Get out the notebooks, post it notes and begin spit balling, tossing ideas out there and let the discussion begin. Oh wait it isn't 1990 anymore. Today there is a cornucopia of apps or sites that bring the process of collaboration and brainstorming to the 21st century. I have played around with some of the examples I include below, but I am not an expert in all of the potential applications each one has at its disposal. My plan for this post was to share out as many examples as I could find, and let you judge for yourself what works best for you.
I must admit this is not one of my best posts, mainly because I am not the expert on this subject. However I included a few reviews and blog posts from others to provide information beyond my minimal knowledge and experience. I just came across a post about one of the brainstorming apps and remembered there are so many of them available that I wanted to chronicle them to help others find one to fit their needs. My experience with these apps has been very positive. It is a great way to engage students in the learning process and create a lasting record of ideas, discussions and problem solving. The process of brainstorming hasn't really changed over time, but the tools create some advantages over the old paper and pencil, or whiteboard predecessors. First you can save your work. I teach multiple sections of the same class, and sometimes the discussion goes beyond one class period. In both situations it is nice to be able to save the work. You can compare the ideas from a previous day, or previous class period to see the connections each class was able to make.
The tools allow for collaboration from all students. Some of these allow more people to participate at one time than others, while some have more features and functions. Each of these have things they excel in and areas where they could be improved.
My purpose is not to steer you to the right one with lots of pros and cons because I don't have the experience on these apps to do that. I simply want you to be aware of the multitude of apps available and how they can be used.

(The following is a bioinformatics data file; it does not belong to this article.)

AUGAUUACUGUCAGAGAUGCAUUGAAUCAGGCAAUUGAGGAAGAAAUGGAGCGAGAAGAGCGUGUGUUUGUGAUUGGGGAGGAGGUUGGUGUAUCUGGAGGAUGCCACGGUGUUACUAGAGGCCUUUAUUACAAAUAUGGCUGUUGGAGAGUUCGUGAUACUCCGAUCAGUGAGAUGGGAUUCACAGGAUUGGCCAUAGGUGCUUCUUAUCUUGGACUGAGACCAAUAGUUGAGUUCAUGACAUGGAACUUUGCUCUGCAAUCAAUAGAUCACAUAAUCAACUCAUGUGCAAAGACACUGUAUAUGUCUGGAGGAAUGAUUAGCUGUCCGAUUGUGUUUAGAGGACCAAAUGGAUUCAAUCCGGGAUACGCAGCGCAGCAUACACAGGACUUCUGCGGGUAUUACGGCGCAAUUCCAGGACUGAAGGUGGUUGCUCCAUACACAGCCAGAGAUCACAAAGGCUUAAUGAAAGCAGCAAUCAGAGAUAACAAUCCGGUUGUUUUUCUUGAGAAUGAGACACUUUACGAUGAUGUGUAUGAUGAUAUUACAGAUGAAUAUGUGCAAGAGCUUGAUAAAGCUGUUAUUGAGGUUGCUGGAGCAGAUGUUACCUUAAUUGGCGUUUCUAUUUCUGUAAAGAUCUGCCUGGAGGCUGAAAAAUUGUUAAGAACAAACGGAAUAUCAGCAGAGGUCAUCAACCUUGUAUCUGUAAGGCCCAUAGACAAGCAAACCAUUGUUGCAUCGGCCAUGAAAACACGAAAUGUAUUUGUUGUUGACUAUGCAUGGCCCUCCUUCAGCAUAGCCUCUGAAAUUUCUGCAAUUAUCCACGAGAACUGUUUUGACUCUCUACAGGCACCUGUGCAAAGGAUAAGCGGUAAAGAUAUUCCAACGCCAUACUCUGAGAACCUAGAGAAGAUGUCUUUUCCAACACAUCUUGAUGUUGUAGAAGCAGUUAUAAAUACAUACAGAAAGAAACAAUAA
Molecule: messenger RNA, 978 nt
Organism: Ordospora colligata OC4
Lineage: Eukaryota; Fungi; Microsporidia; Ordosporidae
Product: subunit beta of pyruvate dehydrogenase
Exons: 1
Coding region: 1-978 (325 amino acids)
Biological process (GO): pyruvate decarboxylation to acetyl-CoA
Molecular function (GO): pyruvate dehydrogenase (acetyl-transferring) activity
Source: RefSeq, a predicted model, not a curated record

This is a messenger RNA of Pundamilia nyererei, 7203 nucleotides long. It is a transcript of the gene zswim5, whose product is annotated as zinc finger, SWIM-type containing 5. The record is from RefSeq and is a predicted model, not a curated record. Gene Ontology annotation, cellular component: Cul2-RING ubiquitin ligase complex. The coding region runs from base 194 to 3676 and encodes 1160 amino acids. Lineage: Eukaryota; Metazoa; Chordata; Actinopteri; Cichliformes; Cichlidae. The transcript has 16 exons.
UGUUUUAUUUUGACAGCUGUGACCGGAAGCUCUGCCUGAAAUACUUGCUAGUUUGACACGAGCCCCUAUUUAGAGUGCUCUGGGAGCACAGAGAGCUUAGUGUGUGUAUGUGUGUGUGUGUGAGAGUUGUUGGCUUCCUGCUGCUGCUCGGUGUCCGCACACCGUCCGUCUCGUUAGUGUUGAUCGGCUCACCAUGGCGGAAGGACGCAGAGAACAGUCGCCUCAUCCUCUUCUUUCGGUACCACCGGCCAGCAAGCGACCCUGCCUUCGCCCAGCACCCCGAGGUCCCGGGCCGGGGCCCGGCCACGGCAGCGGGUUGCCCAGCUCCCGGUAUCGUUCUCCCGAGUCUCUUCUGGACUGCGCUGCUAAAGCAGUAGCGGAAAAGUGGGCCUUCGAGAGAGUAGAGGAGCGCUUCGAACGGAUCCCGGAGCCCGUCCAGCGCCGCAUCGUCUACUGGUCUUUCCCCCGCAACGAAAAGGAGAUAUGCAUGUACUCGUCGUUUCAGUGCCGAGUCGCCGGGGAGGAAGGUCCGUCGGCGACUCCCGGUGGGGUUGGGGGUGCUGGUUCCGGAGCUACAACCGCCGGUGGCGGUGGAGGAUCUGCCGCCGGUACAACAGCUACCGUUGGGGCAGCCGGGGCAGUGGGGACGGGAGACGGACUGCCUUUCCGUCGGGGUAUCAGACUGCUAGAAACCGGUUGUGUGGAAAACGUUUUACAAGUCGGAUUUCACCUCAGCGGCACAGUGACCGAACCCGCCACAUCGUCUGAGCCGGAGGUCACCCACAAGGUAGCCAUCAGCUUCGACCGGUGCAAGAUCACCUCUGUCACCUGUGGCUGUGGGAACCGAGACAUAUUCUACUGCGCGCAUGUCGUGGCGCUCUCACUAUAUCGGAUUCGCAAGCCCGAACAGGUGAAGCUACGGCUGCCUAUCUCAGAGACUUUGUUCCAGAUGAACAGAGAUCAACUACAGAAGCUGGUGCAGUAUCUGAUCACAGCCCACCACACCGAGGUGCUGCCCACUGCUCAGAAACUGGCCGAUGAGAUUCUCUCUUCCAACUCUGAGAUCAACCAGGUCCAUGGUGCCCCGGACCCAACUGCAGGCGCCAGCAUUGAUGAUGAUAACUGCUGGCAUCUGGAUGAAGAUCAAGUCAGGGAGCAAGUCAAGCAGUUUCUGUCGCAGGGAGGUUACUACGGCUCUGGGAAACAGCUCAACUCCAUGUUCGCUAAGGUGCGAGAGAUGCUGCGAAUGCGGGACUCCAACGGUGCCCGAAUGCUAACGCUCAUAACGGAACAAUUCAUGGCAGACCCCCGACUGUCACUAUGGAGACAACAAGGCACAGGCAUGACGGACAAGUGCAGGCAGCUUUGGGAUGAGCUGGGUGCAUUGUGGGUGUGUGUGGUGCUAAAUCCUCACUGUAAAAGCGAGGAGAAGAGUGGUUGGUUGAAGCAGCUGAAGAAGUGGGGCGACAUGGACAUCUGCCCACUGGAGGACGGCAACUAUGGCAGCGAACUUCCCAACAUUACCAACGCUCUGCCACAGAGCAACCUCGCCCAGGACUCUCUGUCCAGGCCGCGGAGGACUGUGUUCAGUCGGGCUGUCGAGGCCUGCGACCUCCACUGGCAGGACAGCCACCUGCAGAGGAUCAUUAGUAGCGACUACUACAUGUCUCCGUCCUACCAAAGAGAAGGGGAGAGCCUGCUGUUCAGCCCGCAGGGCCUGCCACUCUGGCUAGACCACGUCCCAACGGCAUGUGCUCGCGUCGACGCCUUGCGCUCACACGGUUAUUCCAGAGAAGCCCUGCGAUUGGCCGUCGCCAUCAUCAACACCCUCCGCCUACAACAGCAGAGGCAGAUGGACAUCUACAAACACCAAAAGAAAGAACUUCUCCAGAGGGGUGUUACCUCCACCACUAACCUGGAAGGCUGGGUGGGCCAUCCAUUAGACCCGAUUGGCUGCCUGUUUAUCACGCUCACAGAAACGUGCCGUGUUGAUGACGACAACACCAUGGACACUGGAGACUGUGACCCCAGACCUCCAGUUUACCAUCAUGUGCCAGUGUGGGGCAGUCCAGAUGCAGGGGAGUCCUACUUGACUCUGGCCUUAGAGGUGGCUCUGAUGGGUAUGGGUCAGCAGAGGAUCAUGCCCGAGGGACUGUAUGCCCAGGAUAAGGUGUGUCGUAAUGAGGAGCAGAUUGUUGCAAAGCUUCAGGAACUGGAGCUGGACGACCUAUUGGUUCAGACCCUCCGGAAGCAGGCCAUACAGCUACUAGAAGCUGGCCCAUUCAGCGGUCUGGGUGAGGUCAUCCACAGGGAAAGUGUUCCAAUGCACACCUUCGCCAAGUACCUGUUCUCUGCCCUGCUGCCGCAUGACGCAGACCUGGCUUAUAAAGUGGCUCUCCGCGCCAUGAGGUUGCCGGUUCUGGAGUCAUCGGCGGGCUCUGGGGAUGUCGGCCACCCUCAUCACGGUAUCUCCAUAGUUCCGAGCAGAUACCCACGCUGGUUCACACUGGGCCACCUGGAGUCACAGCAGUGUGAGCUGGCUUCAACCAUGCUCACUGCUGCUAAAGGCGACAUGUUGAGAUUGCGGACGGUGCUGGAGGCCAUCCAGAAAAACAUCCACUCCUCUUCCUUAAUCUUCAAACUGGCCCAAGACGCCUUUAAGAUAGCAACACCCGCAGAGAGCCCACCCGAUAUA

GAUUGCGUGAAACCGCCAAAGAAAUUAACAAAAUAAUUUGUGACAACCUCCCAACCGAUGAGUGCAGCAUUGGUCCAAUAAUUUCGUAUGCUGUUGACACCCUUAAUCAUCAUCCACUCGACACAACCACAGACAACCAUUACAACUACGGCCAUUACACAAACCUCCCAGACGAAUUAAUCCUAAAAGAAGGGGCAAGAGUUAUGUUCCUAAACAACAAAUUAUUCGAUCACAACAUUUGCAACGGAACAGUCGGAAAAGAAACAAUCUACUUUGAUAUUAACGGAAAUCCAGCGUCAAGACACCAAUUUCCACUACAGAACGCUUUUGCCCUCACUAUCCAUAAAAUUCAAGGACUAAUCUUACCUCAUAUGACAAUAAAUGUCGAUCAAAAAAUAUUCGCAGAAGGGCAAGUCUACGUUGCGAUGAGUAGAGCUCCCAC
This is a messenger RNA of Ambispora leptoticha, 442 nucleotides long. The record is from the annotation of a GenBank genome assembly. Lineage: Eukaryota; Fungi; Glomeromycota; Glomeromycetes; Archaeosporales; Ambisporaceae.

Brainstorming- this is the most basic of the uses for this. I have done it in my class, and have participated in it with educators as part of edcamphome.
Organization of ideas- Creating timelines, graphic organizers and other visuals.
Research Project- Collect and organize research notes, videos and other resources to see information visually.
Alternative Project- For students who struggle to write essays or complete other more in depth projects you could use this as a way to allow them to demonstrate their knowledge. Instead of paragraphs, students could create notes, organize them in more of an outline form, and include video clips that help demonstrate their ideas and thinking. If designed well, this can still be an appropriate and rigorous task for students who find writing a challenge.
Some key features that may help you see more value in the use of any of these tools.
Organization: Notes- share of ideas are quick and easy. Organization of ideas- you can easily move notes from place to place quickly.
Identify author of idea: Notes posted by students can include each student's name or initials to connect the idea with the student. This can be a way to help you record contributions from each student. This could be useful during discussion to identify the student who made a comment or shared an idea to allow for elaboration.
Video: For many of these apps you are able to add video to help make the collection of ideas more dynamic.
Below are some of the other examples that I have played around with. Like so many technologies I find, I like to play around with them until I find the things that are going to fit my purpose. What sometimes happens when you have so many choices is you get to a situation where you have to pick one and then forget about the others. That is kind of what happened with all of these technologies. I picked Listhings to use in my class this year and never came back to Realtime board or Padlet. At this point I am not sure why I chose Listhings over the others, maybe the fact it was a chrome extension and thus I didn't have to remember a site address was the big difference at the time. Now I believe all are chrome extensions so I will have to go back and play with these more this summer.
Listhings - I used this one several times in class. It is a chrome extension and easy to use. The picture to the left shows one example from my class from earlier this year. You can save each of the sessions individually.
Realtimeboard - I have done some preliminary work with this app, but never used it in my class. As I mentioned previously I had to decide on which one I was going to implement for my class, and I tried Listhings last year.
Padlet - used to be wallwisher but now has a new name. This is probably the most well known of the brainstorming apps. I have heard lots of feedback on this one, and know lots of people who have used it.
I included links above to help provide more detail from people who have more experience with these apps. The last point I want to make is that all of these apps are FREE! I don't pay for any app on my phone, or service I use. Yes there are some that might be worth the money to add the extra features, but I don't use any app enough to need to pay a monthly or yearly fee. There maybe some out there who would throw out a list of apps they use and pay for, and I welcome those examples. I can only speak from my own experience in saying that I have been able to adapt, adjust, or find alternatives to complete the tasks I need.